Sertraline may be more effective than cognitive behavioral therapy (CBT) for treating depression in patients on dialysis, according to a study at Kidney Week 2018. Another study found elevated heart risks with selective serotonin reuptake inhibitors (SSRIs) with greater QT-prolonging effects.
Almost one-quarter of patients on dialysis have depression, but many don’t receive treatment, said Rajnish Mehrotra, MD, professor of medicine at the University of Washington in Seattle. One obstacle has been the dearth of data on depression treatment in patients on dialysis, who are typically excluded from clinical trials of antidepressants in the general population, noted Magdalene Assimon, PharmD, PhD, a postdoctoral fellow at the University of North Carolina Kidney Center in Chapel Hill. There have been few studies specifically exploring the comparative efficacy or safety of antidepressant therapies in patients on dialysis.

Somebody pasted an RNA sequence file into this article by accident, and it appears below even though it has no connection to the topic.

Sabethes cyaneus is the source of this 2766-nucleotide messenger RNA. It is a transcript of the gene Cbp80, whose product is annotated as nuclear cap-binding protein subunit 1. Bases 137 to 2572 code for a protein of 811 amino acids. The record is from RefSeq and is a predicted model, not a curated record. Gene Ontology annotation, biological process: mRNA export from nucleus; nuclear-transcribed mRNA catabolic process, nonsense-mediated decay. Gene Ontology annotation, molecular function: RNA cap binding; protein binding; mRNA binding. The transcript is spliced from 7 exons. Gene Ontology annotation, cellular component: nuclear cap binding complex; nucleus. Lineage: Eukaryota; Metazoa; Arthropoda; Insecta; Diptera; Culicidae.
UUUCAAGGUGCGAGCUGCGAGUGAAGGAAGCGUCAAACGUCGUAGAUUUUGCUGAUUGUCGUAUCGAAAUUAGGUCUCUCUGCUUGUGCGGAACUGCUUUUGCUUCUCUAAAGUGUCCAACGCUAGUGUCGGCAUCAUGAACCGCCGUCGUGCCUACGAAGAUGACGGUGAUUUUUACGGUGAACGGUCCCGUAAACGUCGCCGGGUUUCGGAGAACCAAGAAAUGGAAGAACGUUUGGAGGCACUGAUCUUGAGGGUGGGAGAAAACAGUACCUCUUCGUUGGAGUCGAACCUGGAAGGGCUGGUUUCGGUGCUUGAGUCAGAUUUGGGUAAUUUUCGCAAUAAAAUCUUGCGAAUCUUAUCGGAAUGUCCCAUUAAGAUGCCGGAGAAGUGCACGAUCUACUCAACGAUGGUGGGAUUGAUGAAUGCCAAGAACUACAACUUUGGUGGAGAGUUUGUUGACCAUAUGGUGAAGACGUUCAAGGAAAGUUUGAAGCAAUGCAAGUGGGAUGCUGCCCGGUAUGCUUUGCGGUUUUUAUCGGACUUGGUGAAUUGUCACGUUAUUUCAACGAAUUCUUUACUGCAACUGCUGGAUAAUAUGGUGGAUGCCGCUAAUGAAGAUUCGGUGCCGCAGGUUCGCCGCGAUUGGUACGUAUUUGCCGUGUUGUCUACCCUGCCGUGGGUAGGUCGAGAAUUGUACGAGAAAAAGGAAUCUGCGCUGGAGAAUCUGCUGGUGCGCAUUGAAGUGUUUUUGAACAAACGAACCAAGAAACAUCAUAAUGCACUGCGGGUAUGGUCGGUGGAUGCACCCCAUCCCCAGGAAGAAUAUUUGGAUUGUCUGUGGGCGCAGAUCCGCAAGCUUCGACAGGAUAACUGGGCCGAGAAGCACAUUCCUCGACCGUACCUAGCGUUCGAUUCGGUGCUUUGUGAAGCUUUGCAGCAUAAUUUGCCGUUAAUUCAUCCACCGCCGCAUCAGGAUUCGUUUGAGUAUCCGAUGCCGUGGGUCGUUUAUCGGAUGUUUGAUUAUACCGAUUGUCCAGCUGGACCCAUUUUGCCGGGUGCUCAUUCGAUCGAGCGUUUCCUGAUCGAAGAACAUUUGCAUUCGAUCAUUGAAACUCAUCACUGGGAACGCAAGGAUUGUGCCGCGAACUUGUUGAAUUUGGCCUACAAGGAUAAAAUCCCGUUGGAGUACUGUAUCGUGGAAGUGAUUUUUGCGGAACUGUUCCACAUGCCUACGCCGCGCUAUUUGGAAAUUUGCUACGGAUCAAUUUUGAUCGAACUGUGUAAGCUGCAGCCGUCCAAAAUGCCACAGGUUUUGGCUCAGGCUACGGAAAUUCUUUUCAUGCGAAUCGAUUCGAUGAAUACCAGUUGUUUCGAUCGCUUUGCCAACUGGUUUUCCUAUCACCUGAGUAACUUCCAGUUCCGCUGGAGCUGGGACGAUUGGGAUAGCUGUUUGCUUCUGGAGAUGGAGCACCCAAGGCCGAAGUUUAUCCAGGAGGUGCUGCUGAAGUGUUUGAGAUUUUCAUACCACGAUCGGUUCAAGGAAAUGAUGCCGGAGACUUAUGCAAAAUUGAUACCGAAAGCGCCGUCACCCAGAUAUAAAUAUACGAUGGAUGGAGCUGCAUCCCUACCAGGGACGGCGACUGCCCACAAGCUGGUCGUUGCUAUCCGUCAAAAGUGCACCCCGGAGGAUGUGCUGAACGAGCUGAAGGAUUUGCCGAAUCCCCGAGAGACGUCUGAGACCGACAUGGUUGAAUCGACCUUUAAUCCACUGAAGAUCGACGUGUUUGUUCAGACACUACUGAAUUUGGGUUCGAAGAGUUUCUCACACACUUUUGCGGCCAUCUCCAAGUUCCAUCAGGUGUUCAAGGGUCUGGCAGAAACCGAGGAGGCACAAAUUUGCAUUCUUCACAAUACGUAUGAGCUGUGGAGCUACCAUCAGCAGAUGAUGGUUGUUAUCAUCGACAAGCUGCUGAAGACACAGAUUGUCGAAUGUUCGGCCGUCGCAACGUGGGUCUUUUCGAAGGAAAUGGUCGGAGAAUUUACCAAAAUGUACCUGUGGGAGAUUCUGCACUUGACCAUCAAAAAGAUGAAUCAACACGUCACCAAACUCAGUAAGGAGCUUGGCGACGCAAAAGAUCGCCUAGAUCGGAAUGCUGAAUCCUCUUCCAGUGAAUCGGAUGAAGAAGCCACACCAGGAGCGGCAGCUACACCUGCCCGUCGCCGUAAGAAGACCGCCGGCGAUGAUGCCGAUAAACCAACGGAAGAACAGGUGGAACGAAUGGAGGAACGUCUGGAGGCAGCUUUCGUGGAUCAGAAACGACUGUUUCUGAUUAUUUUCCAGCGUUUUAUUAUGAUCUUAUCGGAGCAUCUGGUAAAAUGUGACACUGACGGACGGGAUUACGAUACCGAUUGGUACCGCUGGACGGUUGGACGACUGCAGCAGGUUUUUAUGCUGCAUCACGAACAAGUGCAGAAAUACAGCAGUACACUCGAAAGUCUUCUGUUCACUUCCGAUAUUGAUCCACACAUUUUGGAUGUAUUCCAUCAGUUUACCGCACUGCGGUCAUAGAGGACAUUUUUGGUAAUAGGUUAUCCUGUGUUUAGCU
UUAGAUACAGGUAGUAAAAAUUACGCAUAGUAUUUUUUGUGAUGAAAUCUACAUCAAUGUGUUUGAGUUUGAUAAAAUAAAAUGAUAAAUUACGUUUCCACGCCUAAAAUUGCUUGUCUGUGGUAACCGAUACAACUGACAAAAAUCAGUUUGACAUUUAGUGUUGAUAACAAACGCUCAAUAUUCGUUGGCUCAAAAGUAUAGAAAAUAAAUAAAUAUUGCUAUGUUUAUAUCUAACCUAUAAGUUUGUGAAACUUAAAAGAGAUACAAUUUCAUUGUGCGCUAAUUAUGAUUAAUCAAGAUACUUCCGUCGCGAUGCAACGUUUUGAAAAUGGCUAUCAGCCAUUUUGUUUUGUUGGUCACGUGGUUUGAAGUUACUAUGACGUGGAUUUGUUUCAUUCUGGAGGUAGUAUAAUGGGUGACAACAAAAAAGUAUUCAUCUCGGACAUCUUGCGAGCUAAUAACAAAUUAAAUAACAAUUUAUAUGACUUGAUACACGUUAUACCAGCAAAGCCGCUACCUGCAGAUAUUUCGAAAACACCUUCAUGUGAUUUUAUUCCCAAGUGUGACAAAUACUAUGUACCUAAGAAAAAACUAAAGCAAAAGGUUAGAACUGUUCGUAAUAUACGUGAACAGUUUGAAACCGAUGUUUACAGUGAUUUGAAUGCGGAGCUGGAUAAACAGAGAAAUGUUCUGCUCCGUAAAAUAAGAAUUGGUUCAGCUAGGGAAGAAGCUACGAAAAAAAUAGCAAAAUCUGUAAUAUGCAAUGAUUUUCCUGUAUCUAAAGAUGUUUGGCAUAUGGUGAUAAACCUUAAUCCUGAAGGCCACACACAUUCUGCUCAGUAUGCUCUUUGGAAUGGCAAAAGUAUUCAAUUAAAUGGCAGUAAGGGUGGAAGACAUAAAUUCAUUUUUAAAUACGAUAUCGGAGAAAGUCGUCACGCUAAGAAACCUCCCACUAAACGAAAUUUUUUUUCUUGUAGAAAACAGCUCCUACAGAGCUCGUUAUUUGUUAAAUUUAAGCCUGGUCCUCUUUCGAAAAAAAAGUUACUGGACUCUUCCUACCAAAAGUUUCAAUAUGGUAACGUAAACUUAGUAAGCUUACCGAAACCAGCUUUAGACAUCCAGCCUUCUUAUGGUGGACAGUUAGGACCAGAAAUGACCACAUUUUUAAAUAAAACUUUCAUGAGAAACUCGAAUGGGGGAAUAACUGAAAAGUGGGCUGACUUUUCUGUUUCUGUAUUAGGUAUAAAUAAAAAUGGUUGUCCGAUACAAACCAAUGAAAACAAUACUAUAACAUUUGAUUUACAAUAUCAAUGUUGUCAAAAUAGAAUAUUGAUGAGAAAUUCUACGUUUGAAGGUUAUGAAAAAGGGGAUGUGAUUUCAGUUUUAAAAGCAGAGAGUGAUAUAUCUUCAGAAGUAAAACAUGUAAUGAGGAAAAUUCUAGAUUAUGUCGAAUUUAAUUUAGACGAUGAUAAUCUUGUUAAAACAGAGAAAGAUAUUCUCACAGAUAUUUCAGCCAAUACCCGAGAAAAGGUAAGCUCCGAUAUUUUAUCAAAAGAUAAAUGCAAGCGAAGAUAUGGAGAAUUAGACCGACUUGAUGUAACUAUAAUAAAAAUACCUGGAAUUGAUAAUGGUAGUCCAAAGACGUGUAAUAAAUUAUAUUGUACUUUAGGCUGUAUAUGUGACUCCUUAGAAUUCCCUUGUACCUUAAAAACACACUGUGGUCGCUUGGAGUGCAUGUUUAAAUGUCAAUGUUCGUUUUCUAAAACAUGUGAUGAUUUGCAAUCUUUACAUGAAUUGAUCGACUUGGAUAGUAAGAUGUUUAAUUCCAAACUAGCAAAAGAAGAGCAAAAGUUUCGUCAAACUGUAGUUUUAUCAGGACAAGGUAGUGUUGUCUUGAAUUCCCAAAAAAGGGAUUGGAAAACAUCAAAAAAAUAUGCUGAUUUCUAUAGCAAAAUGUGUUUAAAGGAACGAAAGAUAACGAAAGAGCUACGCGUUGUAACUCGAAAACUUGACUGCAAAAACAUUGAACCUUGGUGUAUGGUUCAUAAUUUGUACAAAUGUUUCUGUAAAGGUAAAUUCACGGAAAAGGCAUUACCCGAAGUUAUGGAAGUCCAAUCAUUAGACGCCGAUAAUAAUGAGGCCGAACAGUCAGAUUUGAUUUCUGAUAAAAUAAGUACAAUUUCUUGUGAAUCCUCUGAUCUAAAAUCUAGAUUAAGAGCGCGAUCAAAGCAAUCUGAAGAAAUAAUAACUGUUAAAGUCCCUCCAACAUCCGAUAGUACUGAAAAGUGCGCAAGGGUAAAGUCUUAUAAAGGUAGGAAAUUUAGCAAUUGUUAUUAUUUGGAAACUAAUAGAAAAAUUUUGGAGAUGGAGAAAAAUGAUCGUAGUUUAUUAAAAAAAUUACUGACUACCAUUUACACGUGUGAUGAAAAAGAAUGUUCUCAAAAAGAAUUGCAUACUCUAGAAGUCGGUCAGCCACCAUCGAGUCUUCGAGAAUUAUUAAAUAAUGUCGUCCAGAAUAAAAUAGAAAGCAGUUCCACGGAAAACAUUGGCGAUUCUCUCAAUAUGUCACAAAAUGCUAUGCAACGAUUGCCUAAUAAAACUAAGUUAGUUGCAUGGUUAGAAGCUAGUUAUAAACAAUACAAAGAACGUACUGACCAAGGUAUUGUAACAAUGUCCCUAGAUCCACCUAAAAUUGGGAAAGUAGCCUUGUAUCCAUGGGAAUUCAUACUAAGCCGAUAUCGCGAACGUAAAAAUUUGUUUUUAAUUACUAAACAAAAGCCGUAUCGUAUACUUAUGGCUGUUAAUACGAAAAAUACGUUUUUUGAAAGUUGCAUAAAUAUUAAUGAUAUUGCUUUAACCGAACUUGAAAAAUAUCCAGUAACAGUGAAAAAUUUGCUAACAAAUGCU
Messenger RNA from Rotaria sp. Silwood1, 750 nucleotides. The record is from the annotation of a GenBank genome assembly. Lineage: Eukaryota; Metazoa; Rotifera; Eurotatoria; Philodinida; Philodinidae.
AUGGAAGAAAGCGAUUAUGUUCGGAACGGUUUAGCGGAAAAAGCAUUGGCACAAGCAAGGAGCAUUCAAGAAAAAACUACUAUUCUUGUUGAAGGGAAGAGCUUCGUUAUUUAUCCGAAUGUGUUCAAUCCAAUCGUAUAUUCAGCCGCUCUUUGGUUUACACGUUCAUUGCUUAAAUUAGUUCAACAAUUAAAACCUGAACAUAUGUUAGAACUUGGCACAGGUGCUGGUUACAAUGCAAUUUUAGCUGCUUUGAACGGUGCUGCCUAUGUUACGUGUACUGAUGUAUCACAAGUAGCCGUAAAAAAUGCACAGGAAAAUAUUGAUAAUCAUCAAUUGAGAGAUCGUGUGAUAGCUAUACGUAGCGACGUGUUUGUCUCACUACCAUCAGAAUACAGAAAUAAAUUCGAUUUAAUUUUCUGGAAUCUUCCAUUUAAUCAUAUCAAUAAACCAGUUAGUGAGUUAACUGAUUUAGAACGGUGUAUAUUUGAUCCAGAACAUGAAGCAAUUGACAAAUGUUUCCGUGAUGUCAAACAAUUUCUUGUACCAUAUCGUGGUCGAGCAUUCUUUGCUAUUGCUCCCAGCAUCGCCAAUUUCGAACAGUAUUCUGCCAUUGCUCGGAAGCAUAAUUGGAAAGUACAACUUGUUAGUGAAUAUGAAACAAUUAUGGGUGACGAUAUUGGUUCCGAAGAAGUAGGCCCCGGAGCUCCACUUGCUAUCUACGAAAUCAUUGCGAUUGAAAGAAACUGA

“We extrapolate both efficacy and safety evidence [from trials in other populations], which may or may not apply to patients on dialysis because of their unique situation with drug pharmacokinetics and their cardiovascular burden,” Assimon said.
But the two studies presented at Kidney Week 2018 may help begin to close the knowledge gap.